Facebook breaks down just how Candy Crush Saga blew up

Candy Crush Saga
Candy Crush Saga

For those that follow the scene, King.com came out of nowhere earlier this year to challenge (and defeat most of) the greats on Facebook. Taking its own casual games and applying a social layer to them, the European social game maker soared to second place, just behind Zynga. The change of hands interested Facebook so much as to put one of the companies more recent releases, Candy Crush Saga, under the magnifying glass.

According to Facebook, Candy Crush Saga grew 100 percent in May to more than 2.7 million daily players. (Today, the game boasts 3.4 million daily players, and it's growing.) That translates to the match-three wonder having driven 800 million game plays to date. That's all well and good, but how does Candy Crush Saga do it? That's what Facebook is interested in.

Basically, it boils down to the fact that this version of Candy Crush, much like all of King.com's games on Facebook, brings friends into the game in a way that's more enticing than a bar at the bottom of the screen. Fostering competition by making progression on the leaderboards a personal matter certainly helps, too. As for the gifting bit that Facebook mentions in its analysis, I don't know about you, but pandering to gifts is the last thing to get me back into a game.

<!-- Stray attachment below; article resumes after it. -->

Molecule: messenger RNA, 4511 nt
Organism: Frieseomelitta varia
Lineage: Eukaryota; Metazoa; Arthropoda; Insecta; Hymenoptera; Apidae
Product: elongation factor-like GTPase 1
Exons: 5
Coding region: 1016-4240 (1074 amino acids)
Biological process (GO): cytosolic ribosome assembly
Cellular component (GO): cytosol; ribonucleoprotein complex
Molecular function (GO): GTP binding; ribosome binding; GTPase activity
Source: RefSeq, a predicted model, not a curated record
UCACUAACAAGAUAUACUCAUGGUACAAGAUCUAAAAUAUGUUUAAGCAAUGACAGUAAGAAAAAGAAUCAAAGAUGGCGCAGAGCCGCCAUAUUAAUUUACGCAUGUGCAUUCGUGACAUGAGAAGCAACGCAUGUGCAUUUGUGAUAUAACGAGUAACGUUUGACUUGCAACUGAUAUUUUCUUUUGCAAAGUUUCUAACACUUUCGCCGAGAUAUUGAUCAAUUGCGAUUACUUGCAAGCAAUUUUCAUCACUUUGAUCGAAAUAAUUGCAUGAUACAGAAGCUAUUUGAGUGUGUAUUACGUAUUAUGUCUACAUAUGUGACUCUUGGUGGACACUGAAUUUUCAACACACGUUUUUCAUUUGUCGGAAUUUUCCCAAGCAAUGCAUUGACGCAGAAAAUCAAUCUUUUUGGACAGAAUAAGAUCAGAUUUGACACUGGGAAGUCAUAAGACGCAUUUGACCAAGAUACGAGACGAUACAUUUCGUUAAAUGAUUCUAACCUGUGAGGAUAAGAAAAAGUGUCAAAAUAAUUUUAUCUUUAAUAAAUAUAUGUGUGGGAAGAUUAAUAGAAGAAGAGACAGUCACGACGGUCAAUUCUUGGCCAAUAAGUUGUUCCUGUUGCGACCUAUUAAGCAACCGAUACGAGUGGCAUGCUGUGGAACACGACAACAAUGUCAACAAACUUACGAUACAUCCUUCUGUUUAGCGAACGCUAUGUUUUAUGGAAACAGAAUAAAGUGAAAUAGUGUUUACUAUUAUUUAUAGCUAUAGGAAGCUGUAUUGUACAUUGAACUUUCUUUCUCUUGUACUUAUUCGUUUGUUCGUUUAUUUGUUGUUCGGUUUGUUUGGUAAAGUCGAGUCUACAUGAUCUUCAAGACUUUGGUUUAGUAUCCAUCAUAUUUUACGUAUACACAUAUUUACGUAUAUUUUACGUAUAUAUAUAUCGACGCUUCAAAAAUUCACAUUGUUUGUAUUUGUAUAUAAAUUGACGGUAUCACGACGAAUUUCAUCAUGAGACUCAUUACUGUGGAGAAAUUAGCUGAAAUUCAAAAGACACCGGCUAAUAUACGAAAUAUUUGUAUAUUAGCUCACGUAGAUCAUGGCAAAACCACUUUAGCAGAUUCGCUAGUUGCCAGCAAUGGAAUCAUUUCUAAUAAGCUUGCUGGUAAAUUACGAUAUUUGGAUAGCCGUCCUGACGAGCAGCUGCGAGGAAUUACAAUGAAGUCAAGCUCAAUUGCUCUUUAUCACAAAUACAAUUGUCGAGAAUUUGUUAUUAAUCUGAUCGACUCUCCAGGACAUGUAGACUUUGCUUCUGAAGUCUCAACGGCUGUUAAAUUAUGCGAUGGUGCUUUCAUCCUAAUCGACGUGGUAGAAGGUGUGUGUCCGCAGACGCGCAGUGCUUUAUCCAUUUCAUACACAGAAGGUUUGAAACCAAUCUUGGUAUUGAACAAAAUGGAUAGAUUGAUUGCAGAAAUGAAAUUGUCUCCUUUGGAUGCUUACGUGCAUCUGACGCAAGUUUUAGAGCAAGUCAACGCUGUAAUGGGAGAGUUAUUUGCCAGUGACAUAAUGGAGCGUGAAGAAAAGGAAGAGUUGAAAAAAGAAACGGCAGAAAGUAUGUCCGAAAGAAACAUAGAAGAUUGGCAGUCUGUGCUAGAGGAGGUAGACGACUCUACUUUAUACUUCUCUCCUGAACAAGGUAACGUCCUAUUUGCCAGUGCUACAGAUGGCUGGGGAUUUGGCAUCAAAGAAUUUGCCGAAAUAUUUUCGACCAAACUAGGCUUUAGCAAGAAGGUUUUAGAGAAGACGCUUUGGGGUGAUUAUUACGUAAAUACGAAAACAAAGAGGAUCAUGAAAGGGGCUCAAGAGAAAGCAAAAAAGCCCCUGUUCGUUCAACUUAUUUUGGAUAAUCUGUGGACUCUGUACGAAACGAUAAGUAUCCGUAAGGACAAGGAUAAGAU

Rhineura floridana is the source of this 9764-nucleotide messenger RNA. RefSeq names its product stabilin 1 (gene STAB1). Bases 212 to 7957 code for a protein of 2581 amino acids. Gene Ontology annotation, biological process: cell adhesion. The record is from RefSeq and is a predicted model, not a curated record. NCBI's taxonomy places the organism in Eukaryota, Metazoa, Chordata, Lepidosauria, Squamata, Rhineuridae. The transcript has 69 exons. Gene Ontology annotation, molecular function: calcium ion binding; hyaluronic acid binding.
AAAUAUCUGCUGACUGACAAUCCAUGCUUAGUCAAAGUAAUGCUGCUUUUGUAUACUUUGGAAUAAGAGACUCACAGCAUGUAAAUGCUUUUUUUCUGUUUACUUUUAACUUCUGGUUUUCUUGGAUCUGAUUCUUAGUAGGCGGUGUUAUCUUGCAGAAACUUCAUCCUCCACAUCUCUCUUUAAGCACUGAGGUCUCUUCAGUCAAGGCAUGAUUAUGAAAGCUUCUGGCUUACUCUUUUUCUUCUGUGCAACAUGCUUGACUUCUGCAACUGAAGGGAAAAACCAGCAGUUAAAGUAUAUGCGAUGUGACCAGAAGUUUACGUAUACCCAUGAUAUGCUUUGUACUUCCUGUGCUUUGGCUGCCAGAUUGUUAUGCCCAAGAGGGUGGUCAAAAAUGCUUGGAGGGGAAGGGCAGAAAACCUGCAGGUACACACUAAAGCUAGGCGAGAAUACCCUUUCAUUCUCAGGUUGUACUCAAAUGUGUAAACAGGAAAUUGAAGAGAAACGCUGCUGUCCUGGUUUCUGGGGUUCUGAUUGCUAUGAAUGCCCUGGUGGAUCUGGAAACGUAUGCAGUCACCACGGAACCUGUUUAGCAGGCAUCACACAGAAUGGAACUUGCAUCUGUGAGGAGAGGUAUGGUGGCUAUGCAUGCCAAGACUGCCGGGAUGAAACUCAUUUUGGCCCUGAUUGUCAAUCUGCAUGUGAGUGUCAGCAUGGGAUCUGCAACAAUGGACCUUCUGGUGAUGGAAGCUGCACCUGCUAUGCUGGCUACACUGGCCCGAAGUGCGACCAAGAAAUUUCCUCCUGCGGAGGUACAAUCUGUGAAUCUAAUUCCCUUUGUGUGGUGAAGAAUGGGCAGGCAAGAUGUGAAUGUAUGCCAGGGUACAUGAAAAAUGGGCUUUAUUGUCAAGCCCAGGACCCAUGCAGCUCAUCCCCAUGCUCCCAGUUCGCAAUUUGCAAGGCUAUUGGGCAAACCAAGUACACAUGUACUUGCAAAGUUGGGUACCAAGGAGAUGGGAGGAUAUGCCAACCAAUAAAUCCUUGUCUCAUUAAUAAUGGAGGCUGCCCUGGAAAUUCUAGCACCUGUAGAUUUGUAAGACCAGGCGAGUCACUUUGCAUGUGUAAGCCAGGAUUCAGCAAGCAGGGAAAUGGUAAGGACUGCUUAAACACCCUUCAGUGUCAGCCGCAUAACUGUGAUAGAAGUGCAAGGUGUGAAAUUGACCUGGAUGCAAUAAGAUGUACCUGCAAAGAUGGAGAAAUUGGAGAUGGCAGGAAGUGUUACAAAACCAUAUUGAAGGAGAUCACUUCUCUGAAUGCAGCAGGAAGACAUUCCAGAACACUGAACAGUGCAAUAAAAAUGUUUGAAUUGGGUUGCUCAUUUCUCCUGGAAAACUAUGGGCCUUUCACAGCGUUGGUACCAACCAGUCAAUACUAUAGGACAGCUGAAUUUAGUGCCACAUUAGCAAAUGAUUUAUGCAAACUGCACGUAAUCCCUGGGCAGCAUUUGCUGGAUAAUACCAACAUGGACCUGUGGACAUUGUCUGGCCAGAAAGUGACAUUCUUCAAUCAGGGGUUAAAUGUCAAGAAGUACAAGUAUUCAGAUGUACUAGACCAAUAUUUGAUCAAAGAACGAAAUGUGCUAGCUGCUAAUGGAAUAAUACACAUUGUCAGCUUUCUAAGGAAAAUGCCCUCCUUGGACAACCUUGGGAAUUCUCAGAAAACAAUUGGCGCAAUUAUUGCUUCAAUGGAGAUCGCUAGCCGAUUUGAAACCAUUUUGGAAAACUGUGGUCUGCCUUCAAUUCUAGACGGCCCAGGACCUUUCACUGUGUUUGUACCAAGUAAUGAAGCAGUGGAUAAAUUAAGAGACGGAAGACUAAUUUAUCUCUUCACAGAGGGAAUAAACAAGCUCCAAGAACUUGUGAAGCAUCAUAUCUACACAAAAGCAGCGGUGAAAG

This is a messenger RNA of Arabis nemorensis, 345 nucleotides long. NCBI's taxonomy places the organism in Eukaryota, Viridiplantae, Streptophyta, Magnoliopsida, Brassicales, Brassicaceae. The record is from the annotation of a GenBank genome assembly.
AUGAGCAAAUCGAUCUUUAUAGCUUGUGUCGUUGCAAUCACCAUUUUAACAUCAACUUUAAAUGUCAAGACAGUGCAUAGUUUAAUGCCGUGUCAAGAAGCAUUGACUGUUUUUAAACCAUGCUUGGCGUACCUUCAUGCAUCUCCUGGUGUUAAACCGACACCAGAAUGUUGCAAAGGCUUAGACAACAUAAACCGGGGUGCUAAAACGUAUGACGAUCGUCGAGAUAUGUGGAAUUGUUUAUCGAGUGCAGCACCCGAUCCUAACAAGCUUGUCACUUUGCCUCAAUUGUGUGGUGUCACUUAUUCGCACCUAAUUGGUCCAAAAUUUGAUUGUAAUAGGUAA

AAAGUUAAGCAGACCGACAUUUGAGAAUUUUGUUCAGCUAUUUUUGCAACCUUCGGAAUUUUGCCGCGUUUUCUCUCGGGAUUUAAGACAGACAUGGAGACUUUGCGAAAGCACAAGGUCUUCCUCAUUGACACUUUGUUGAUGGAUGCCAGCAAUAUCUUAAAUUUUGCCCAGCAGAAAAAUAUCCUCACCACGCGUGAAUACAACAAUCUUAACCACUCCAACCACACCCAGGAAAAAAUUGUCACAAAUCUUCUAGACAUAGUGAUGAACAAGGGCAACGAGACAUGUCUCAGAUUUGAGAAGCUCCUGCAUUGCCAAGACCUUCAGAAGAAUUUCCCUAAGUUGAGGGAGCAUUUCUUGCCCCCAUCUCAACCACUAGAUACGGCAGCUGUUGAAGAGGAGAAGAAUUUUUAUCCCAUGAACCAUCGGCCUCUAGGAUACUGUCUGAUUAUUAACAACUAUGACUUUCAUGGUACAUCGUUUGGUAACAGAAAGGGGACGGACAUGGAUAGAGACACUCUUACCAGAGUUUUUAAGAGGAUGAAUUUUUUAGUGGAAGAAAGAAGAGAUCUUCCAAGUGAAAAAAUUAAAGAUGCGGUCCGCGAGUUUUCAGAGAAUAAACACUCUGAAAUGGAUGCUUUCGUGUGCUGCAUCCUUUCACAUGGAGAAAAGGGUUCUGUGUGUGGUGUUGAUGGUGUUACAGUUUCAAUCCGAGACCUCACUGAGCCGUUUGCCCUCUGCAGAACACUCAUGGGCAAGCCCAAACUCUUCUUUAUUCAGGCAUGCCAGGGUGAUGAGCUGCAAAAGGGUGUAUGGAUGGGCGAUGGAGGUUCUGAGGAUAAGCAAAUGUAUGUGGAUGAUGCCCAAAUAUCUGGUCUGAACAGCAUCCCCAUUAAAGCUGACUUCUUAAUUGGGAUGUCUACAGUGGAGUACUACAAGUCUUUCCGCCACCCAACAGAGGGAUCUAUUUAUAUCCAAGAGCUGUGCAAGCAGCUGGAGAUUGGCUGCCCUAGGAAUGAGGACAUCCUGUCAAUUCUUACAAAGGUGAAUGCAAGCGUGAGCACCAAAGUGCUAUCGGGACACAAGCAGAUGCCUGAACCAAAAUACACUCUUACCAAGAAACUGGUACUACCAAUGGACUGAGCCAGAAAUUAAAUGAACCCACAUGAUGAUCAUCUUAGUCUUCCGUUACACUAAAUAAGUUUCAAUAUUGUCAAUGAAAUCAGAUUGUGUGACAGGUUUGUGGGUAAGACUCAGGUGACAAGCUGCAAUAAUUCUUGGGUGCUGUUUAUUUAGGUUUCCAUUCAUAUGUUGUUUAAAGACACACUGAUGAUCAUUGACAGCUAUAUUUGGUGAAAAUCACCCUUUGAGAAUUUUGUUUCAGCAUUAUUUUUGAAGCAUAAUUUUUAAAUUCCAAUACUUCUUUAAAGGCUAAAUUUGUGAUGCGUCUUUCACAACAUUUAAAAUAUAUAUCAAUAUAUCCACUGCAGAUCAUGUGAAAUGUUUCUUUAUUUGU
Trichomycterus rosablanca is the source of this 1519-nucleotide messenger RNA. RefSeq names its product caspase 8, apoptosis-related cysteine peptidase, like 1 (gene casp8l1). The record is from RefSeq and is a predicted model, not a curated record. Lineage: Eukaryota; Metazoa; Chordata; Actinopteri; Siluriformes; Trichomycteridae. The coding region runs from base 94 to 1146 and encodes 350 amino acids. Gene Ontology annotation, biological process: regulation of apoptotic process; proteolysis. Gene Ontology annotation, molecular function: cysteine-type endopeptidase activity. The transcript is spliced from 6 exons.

If anything, what Candy Crush Saga does right, according to Facebook, is indicative of a sea change in social gaming. What we're seeing is a move away from the simulator games of old to more action-oriented, perhaps even cerebral games. Games like these seem to stick better these days, so expect to see way more where Candy Crush came from than, say, FarmVille.

Are you digging Candy Crush Saga? Are you tired of simulator-style social games? Sound off in the comments. Add Comment.

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